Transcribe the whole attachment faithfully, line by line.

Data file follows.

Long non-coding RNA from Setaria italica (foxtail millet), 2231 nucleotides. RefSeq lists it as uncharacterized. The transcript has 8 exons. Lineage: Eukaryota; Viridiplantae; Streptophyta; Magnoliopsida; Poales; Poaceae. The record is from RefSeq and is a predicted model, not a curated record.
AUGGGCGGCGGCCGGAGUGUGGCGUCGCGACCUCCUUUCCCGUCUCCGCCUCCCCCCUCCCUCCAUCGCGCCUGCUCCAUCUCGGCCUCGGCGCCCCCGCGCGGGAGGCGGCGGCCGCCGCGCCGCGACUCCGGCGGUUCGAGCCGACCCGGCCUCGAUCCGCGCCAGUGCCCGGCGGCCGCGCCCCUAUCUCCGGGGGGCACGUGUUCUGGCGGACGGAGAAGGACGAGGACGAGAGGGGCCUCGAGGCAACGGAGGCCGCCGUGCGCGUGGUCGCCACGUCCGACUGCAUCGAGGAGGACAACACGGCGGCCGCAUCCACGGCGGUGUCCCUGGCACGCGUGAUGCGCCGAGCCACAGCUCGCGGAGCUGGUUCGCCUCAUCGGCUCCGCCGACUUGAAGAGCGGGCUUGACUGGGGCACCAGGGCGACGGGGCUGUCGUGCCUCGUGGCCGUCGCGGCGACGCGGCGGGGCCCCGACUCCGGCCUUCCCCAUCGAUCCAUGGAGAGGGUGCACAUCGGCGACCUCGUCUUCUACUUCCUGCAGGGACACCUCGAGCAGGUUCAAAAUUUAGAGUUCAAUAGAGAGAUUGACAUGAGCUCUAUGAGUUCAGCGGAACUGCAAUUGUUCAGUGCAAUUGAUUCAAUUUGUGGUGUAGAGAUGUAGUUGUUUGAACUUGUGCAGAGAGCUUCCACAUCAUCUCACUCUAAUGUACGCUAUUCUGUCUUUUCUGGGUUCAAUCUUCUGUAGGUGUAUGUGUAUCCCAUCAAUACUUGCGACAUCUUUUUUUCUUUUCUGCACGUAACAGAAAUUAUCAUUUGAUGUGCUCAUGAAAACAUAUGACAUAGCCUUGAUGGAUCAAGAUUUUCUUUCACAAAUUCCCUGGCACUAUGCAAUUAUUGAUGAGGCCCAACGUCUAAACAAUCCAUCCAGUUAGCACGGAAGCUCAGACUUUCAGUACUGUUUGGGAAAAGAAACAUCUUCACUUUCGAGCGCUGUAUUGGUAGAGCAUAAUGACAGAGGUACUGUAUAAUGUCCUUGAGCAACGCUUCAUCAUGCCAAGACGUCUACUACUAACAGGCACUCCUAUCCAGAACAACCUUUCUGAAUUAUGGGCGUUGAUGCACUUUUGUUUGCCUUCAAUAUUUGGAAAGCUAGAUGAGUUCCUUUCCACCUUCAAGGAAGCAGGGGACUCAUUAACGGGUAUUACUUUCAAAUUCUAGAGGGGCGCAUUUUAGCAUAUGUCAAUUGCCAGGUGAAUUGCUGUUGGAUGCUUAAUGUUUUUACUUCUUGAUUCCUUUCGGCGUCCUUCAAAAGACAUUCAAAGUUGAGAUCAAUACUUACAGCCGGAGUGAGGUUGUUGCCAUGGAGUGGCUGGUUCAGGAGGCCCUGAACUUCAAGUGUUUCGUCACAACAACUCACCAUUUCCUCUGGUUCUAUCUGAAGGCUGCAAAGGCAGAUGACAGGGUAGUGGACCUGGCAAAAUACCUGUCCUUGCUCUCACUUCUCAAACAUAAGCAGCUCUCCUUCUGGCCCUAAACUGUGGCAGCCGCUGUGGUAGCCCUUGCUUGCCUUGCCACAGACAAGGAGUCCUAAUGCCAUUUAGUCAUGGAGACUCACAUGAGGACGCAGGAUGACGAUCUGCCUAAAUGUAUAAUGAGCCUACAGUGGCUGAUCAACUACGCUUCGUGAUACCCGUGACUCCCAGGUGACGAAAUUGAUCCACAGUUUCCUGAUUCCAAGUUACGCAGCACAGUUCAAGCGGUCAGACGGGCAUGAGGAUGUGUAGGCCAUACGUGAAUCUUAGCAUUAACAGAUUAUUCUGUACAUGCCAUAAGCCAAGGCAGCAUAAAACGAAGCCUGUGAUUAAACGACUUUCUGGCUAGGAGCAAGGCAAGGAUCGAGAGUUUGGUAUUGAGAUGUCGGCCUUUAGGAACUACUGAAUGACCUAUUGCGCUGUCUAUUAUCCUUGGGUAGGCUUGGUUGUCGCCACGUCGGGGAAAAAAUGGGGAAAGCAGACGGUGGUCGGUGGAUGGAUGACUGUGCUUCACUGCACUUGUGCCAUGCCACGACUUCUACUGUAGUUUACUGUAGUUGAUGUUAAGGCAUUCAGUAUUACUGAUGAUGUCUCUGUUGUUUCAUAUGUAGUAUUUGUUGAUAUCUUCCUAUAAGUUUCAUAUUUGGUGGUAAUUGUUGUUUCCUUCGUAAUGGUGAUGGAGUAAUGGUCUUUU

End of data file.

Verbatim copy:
Long non-coding RNA from Setaria italica (foxtail millet), 2231 nucleotides. RefSeq lists it as uncharacterized. The transcript has 8 exons. Lineage: Eukaryota; Viridiplantae; Streptophyta; Magnoliopsida; Poales; Poaceae. The record is from RefSeq and is a predicted model, not a curated record.
AUGGGCGGCGGCCGGAGUGUGGCGUCGCGACCUCCUUUCCCGUCUCCGCCUCCCCCCUCCCUCCAUCGCGCCUGCUCCAUCUCGGCCUCGGCGCCCCCGCGCGGGAGGCGGCGGCCGCCGCGCCGCGACUCCGGCGGUUCGAGCCGACCCGGCCUCGAUCCGCGCCAGUGCCCGGCGGCCGCGCCCCUAUCUCCGGGGGGCACGUGUUCUGGCGGACGGAGAAGGACGAGGACGAGAGGGGCCUCGAGGCAACGGAGGCCGCCGUGCGCGUGGUCGCCACGUCCGACUGCAUCGAGGAGGACAACACGGCGGCCGCAUCCACGGCGGUGUCCCUGGCACGCGUGAUGCGCCGAGCCACAGCUCGCGGAGCUGGUUCGCCUCAUCGGCUCCGCCGACUUGAAGAGCGGGCUUGACUGGGGCACCAGGGCGACGGGGCUGUCGUGCCUCGUGGCCGUCGCGGCGACGCGGCGGGGCCCCGACUCCGGCCUUCCCCAUCGAUCCAUGGAGAGGGUGCACAUCGGCGACCUCGUCUUCUACUUCCUGCAGGGACACCUCGAGCAGGUUCAAAAUUUAGAGUUCAAUAGAGAGAUUGACAUGAGCUCUAUGAGUUCAGCGGAACUGCAAUUGUUCAGUGCAAUUGAUUCAAUUUGUGGUGUAGAGAUGUAGUUGUUUGAACUUGUGCAGAGAGCUUCCACAUCAUCUCACUCUAAUGUACGCUAUUCUGUCUUUUCUGGGUUCAAUCUUCUGUAGGUGUAUGUGUAUCCCAUCAAUACUUGCGACAUCUUUUUUUCUUUUCUGCACGUAACAGAAAUUAUCAUUUGAUGUGCUCAUGAAAACAUAUGACAUAGCCUUGAUGGAUCAAGAUUUUCUUUCACAAAUUCCCUGGCACUAUGCAAUUAUUGAUGAGGCCCAACGUCUAAACAAUCCAUCCAGUUAGCACGGAAGCUCAGACUUUCAGUACUGUUUGGGAAAAGAAACAUCUUCACUUUCGAGCGCUGUAUUGGUAGAGCAUAAUGACAGAGGUACUGUAUAAUGUCCUUGAGCAACGCUUCAUCAUGCCAAGACGUCUACUACUAACAGGCACUCCUAUCCAGAACAACCUUUCUGAAUUAUGGGCGUUGAUGCACUUUUGUUUGCCUUCAAUAUUUGGAAAGCUAGAUGAGUUCCUUUCCACCUUCAAGGAAGCAGGGGACUCAUUAACGGGUAUUACUUUCAAAUUCUAGAGGGGCGCAUUUUAGCAUAUGUCAAUUGCCAGGUGAAUUGCUGUUGGAUGCUUAAUGUUUUUACUUCUUGAUUCCUUUCGGCGUCCUUCAAAAGACAUUCAAAGUUGAGAUCAAUACUUACAGCCGGAGUGAGGUUGUUGCCAUGGAGUGGCUGGUUCAGGAGGCCCUGAACUUCAAGUGUUUCGUCACAACAACUCACCAUUUCCUCUGGUUCUAUCUGAAGGCUGCAAAGGCAGAUGACAGGGUAGUGGACCUGGCAAAAUACCUGUCCUUGCUCUCACUUCUCAAACAUAAGCAGCUCUCCUUCUGGCCCUAAACUGUGGCAGCCGCUGUGGUAGCCCUUGCUUGCCUUGCCACAGACAAGGAGUCCUAAUGCCAUUUAGUCAUGGAGACUCACAUGAGGACGCAGGAUGACGAUCUGCCUAAAUGUAUAAUGAGCCUACAGUGGCUGAUCAACUACGCUUCGUGAUACCCGUGACUCCCAGGUGACGAAAUUGAUCCACAGUUUCCUGAUUCCAAGUUACGCAGCACAGUUCAAGCGGUCAGACGGGCAUGAGGAUGUGUAGGCCAUACGUGAAUCUUAGCAUUAACAGAUUAUUCUGUACAUGCCAUAAGCCAAGGCAGCAUAAAACGAAGCCUGUGAUUAAACGACUUUCUGGCUAGGAGCAAGGCAAGGAUCGAGAGUUUGGUAUUGAGAUGUCGGCCUUUAGGAACUACUGAAUGACCUAUUGCGCUGUCUAUUAUCCUUGGGUAGGCUUGGUUGUCGCCACGUCGGGGAAAAAAUGGGGAAAGCAGACGGUGGUCGGUGGAUGGAUGACUGUGCUUCACUGCACUUGUGCCAUGCCACGACUUCUACUGUAGUUUACUGUAGUUGAUGUUAAGGCAUUCAGUAUUACUGAUGAUGUCUCUGUUGUUUCAUAUGUAGUAUUUGUUGAUAUCUUCCUAUAAGUUUCAUAUUUGGUGGUAAUUGUUGUUUCCUUCGUAAUGGUGAUGGAGUAAUGGUCUUUU